Simon Newcomb's A School Algebra
The guiding rule in the preparation of the present work has been to present the pupil with but one new idea at a time, and, by examples and exercises, to insure its assimilation be fore passing to another. This system is carried out by a minute subdivision of all the algebraic processes, and the end kept in view is that in no case where it can be avoided shall the pupil have to go through a process of which he has not previously learned all the separate steps. As a part of the same plan, "definitions are so far as practicable brought in only as they are wanted, the first exercises in indicated operations are performed with numbers, and the pupil is set to work on exercises from the start.
Correlative with the system of subdivision is that of ex tending the scope of the exercises so as to include not only the elementary operations of algebra, but their combinations and applications. It is hoped that the wider range of thought and expression in which the pupil is thus practised will be found to tell in his subsequent studies.
As another part of the same general plan the subject has been divided into three separate courses. The First Course, which extends to Simple Equations, is intended to drill the student in all the fundamental processes by exercises which are, for the most part, of the simplest character. The varied exercises in algebraic expression which are scattered through this course form a feature to which the attention of instructors is especially solicited.
In the Second Course the processes are combined and the whole subject is treated on a higher plane. The general arrangement of this course is the same as that of the Elementary Course in the author's College Algebra. But the exercises are all different, and greater simplicity of treatment is aimed at. This course terminates with Quadratic Equations.
The Third Course consists of three supplementary chapters which, however, should be mastered before entering college.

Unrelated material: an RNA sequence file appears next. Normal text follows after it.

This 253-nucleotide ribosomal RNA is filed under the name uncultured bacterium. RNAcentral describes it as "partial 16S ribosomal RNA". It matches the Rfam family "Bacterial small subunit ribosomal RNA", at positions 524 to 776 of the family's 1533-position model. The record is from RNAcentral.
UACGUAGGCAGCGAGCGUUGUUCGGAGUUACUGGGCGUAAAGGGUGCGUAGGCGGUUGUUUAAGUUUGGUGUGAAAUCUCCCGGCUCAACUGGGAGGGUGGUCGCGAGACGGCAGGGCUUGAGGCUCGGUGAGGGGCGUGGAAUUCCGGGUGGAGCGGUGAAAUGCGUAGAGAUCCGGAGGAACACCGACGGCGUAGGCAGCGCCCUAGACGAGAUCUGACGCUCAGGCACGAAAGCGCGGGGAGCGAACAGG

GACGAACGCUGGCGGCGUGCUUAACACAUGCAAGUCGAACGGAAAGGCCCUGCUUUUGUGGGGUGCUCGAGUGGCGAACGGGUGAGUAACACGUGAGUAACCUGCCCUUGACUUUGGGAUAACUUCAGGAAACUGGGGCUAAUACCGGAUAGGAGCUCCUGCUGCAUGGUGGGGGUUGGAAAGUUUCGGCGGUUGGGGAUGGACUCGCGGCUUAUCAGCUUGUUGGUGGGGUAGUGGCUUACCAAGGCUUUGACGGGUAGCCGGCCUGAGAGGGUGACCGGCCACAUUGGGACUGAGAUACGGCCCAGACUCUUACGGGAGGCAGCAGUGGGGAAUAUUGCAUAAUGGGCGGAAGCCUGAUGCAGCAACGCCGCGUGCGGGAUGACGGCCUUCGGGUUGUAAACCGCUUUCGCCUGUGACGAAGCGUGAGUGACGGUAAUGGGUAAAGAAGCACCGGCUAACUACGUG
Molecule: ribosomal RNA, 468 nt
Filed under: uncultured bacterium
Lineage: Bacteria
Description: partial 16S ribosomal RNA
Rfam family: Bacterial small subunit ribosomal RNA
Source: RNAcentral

An attempt has been made to treat quadratic equations with such fullness as to avoid the usual necessity of reviewing that subject after entering college.
In the preparation and use of such a work no question is more difficult than that of the extent to which rigorous de monstrations of the rules and processes shall be introduced. At one extreme we have the old method, in which the teaching is purely mechanical; at the other, the modern demand that nothing be taught of which the reason is not fully explained to and understood by the pupil. The latter method should of course be preferred, but we meet the insuperable difficulty that we are dealing with a subject of which the reasoning cannot be understood until the pupil is familiar with it. The rule adopted in the present case has been to present a proof, reason or explanation wherever it was thought it could be clearly mastered. Most teachers will, however, admit that long explanations of any kind weary the pupil more than they instruct him, and that the best course is to present the examples and exercises in such a form that their logical correctness shall gradually become evident without much further help.
Were the author to make a suggestion respecting the system of teaching to be adopted, it would be to commence the study of algebra at least one year earlier than usual, and to devote the whole of that year to the first course, taking two or perhaps three short lessons a week. The habit of using algebraic symbols in working and thinking would thus become established before taking up the subject in its more difficult forms.
JOC/EFR October 2015
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